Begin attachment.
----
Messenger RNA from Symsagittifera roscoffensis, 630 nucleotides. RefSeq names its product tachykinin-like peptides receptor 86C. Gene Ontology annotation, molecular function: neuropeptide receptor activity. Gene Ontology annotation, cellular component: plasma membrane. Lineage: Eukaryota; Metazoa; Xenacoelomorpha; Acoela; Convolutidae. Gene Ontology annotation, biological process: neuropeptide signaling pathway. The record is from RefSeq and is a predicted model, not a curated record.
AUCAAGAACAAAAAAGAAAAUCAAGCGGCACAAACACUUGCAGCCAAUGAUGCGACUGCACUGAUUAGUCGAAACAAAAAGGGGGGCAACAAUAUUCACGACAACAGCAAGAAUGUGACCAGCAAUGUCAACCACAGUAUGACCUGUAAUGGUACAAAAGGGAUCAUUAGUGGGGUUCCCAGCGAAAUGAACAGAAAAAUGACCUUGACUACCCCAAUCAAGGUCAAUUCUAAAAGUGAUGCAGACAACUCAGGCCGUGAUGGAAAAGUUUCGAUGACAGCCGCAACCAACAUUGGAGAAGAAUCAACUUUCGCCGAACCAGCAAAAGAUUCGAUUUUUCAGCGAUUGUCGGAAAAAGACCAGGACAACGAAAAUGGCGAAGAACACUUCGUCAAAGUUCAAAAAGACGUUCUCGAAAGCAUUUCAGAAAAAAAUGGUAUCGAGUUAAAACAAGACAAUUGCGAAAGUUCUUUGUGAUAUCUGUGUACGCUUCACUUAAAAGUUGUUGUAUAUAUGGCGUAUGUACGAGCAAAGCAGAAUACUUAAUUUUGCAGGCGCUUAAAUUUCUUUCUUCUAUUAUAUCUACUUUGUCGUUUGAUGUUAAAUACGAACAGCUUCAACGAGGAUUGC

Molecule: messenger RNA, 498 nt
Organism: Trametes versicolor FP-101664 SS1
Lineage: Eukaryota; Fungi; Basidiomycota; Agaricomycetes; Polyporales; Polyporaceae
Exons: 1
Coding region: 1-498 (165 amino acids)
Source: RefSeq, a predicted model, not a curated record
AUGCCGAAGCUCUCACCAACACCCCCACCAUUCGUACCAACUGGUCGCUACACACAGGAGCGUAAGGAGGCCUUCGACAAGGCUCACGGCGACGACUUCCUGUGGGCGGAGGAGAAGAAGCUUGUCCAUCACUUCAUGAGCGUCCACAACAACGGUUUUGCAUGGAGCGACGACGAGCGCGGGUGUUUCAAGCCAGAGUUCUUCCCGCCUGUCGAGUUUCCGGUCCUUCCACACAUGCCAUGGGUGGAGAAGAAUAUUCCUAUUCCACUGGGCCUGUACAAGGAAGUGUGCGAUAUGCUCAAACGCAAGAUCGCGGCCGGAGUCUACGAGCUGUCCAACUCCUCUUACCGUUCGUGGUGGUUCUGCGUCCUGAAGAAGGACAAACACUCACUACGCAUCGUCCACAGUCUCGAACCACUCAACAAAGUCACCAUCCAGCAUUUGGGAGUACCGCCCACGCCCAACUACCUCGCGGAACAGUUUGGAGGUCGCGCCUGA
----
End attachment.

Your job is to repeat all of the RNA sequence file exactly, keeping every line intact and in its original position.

Messenger RNA from Symsagittifera roscoffensis, 630 nucleotides. RefSeq names its product tachykinin-like peptides receptor 86C. Gene Ontology annotation, molecular function: neuropeptide receptor activity. Gene Ontology annotation, cellular component: plasma membrane. Lineage: Eukaryota; Metazoa; Xenacoelomorpha; Acoela; Convolutidae. Gene Ontology annotation, biological process: neuropeptide signaling pathway. The record is from RefSeq and is a predicted model, not a curated record.
AUCAAGAACAAAAAAGAAAAUCAAGCGGCACAAACACUUGCAGCCAAUGAUGCGACUGCACUGAUUAGUCGAAACAAAAAGGGGGGCAACAAUAUUCACGACAACAGCAAGAAUGUGACCAGCAAUGUCAACCACAGUAUGACCUGUAAUGGUACAAAAGGGAUCAUUAGUGGGGUUCCCAGCGAAAUGAACAGAAAAAUGACCUUGACUACCCCAAUCAAGGUCAAUUCUAAAAGUGAUGCAGACAACUCAGGCCGUGAUGGAAAAGUUUCGAUGACAGCCGCAACCAACAUUGGAGAAGAAUCAACUUUCGCCGAACCAGCAAAAGAUUCGAUUUUUCAGCGAUUGUCGGAAAAAGACCAGGACAACGAAAAUGGCGAAGAACACUUCGUCAAAGUUCAAAAAGACGUUCUCGAAAGCAUUUCAGAAAAAAAUGGUAUCGAGUUAAAACAAGACAAUUGCGAAAGUUCUUUGUGAUAUCUGUGUACGCUUCACUUAAAAGUUGUUGUAUAUAUGGCGUAUGUACGAGCAAAGCAGAAUACUUAAUUUUGCAGGCGCUUAAAUUUCUUUCUUCUAUUAUAUCUACUUUGUCGUUUGAUGUUAAAUACGAACAGCUUCAACGAGGAUUGC

Molecule: messenger RNA, 498 nt
Organism: Trametes versicolor FP-101664 SS1
Lineage: Eukaryota; Fungi; Basidiomycota; Agaricomycetes; Polyporales; Polyporaceae
Exons: 1
Coding region: 1-498 (165 amino acids)
Source: RefSeq, a predicted model, not a curated record
AUGCCGAAGCUCUCACCAACACCCCCACCAUUCGUACCAACUGGUCGCUACACACAGGAGCGUAAGGAGGCCUUCGACAAGGCUCACGGCGACGACUUCCUGUGGGCGGAGGAGAAGAAGCUUGUCCAUCACUUCAUGAGCGUCCACAACAACGGUUUUGCAUGGAGCGACGACGAGCGCGGGUGUUUCAAGCCAGAGUUCUUCCCGCCUGUCGAGUUUCCGGUCCUUCCACACAUGCCAUGGGUGGAGAAGAAUAUUCCUAUUCCACUGGGCCUGUACAAGGAAGUGUGCGAUAUGCUCAAACGCAAGAUCGCGGCCGGAGUCUACGAGCUGUCCAACUCCUCUUACCGUUCGUGGUGGUUCUGCGUCCUGAAGAAGGACAAACACUCACUACGCAUCGUCCACAGUCUCGAACCACUCAACAAAGUCACCAUCCAGCAUUUGGGAGUACCGCCCACGCCCAACUACCUCGCGGAACAGUUUGGAGGUCGCGCCUGA